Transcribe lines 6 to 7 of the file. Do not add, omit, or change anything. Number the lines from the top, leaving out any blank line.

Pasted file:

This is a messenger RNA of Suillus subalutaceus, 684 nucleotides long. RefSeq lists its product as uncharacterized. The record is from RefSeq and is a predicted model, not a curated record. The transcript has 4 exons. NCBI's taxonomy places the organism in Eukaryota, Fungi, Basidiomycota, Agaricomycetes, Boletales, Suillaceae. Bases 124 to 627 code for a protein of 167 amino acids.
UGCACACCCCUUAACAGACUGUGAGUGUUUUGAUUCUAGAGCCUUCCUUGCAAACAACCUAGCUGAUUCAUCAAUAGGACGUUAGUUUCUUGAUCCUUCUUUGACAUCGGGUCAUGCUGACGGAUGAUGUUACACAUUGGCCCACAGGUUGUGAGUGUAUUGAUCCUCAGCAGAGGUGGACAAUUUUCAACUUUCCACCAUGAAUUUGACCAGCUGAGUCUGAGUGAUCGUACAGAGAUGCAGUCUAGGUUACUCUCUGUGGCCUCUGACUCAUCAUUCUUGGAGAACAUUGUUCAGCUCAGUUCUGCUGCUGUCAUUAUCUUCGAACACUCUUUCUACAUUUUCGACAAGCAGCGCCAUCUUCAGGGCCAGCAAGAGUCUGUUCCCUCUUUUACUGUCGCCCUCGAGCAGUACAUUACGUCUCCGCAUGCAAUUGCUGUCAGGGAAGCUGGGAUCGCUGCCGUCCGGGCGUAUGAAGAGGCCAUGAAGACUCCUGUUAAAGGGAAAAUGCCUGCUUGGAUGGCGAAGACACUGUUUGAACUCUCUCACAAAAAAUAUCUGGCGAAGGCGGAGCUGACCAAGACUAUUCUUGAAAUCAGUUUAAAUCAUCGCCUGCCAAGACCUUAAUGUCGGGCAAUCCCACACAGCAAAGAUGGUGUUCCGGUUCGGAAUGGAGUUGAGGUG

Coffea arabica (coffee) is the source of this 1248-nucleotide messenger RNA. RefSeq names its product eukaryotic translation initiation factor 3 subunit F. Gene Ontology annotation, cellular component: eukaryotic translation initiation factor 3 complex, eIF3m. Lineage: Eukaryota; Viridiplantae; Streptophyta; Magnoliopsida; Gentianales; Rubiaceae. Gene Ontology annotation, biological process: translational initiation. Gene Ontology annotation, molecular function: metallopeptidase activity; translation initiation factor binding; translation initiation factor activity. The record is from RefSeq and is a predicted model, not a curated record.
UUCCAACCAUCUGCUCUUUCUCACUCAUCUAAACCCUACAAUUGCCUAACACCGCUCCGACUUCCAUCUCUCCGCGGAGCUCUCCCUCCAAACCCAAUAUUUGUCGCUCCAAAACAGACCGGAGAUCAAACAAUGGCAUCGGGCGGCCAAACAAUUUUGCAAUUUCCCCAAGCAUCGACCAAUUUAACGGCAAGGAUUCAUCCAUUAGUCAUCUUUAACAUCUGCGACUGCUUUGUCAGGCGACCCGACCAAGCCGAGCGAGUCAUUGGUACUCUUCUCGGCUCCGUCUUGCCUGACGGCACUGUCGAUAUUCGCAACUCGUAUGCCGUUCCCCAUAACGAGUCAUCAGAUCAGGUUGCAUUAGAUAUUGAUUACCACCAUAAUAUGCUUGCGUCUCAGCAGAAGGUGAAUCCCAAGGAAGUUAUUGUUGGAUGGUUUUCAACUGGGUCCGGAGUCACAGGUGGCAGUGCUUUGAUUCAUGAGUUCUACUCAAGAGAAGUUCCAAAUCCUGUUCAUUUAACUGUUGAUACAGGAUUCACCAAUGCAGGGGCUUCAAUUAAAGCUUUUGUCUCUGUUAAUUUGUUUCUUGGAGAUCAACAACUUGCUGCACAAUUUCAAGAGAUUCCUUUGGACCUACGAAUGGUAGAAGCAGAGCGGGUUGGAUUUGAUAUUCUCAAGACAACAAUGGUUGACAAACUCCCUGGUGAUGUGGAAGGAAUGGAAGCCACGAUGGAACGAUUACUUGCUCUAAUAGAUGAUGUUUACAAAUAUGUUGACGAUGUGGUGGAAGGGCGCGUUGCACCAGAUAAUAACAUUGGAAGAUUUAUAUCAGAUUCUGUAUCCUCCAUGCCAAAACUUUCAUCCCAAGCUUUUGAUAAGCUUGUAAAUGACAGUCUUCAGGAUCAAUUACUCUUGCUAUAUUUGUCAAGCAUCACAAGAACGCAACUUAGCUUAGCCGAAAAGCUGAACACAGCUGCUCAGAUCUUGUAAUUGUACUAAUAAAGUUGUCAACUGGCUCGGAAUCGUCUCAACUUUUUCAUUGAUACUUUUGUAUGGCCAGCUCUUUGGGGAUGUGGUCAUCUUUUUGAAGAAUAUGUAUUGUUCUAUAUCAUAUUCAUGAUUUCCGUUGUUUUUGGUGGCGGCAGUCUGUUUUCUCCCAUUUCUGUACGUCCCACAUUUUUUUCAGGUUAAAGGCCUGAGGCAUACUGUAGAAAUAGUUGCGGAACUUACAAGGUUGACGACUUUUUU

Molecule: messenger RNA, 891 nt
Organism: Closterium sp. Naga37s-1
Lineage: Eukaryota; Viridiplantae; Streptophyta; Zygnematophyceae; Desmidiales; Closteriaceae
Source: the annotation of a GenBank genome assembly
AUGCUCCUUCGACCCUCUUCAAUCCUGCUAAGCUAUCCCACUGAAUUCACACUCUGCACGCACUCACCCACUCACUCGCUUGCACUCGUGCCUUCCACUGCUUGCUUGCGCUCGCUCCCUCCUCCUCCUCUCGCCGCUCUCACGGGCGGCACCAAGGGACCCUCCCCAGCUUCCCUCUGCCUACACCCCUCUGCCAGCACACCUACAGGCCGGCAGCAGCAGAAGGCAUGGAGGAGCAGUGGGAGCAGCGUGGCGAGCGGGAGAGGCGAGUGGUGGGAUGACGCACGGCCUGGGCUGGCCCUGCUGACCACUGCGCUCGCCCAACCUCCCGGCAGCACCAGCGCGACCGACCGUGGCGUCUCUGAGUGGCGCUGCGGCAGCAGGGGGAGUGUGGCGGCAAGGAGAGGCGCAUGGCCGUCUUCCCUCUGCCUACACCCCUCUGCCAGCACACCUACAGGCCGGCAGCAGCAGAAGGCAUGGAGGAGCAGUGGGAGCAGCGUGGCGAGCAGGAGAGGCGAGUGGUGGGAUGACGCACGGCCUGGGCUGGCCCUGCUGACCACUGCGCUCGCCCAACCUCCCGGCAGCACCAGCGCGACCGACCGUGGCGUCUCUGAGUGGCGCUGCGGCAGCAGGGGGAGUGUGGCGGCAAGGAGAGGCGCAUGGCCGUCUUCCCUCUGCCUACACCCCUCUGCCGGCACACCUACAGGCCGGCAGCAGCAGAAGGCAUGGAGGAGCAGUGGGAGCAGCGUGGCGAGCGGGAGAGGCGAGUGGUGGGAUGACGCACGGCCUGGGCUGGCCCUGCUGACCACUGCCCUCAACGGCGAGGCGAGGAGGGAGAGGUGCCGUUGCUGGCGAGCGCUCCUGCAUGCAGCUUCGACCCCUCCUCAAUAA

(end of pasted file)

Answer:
Organism: Closterium sp. Naga37s-1
Lineage: Eukaryota; Viridiplantae; Streptophyta; Zygnematophyceae; Desmidiales; Closteriaceae